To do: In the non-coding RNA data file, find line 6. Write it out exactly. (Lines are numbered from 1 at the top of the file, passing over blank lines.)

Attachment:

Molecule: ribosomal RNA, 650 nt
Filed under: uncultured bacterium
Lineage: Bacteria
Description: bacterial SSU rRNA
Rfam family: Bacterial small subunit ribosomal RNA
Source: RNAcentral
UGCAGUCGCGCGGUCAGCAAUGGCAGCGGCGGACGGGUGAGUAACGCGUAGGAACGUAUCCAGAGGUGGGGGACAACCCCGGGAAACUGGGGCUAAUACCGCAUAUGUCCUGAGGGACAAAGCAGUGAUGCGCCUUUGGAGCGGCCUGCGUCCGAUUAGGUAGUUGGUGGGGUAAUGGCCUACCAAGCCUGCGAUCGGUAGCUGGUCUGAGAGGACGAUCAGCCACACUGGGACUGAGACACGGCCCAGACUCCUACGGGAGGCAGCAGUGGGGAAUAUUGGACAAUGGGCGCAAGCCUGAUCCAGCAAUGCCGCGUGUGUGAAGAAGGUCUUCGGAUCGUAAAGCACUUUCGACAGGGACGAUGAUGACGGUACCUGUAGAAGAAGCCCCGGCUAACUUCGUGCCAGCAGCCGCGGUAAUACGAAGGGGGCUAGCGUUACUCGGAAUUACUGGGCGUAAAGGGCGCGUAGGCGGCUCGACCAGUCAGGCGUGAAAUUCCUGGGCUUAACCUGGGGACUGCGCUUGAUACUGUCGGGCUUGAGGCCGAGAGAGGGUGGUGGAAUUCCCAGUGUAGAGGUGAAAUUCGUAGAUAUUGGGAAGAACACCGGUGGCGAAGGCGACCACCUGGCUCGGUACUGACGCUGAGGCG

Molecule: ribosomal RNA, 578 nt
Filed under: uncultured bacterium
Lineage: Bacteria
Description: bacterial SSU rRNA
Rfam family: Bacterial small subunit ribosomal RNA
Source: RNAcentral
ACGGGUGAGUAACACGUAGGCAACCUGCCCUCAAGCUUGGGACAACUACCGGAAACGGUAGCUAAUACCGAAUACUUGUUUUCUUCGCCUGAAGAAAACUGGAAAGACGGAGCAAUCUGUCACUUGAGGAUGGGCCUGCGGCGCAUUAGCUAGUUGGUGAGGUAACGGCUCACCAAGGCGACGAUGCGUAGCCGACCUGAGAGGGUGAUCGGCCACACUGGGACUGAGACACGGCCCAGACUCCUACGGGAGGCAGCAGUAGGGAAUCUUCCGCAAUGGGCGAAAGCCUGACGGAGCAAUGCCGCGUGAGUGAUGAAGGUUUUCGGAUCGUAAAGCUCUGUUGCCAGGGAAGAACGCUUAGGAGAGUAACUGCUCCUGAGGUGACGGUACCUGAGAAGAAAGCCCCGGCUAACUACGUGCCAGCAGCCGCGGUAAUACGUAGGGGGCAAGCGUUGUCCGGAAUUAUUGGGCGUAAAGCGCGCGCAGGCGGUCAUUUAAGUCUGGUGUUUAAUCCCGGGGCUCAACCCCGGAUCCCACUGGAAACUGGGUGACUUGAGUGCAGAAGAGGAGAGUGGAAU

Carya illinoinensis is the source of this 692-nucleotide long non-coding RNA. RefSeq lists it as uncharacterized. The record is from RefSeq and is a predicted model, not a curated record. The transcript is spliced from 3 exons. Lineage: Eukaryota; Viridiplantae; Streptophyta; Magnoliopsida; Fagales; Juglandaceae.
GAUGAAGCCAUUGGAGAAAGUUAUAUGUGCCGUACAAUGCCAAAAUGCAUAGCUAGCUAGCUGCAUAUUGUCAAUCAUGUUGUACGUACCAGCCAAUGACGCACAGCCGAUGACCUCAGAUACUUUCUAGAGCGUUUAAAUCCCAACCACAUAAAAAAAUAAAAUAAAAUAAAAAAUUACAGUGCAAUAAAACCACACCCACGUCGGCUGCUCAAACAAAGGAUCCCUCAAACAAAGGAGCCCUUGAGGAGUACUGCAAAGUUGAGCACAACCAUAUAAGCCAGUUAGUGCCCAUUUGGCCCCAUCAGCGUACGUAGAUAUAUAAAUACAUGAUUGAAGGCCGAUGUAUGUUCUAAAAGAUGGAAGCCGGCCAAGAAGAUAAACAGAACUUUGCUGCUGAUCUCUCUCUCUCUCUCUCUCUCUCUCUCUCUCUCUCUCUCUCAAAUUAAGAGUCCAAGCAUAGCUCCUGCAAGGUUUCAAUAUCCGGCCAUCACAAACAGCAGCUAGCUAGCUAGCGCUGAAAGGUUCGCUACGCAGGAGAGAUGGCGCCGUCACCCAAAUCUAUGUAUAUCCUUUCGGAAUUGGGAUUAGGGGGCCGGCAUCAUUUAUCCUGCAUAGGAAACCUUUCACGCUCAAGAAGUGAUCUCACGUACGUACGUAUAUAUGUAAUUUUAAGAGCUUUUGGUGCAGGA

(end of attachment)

Source: RNAcentral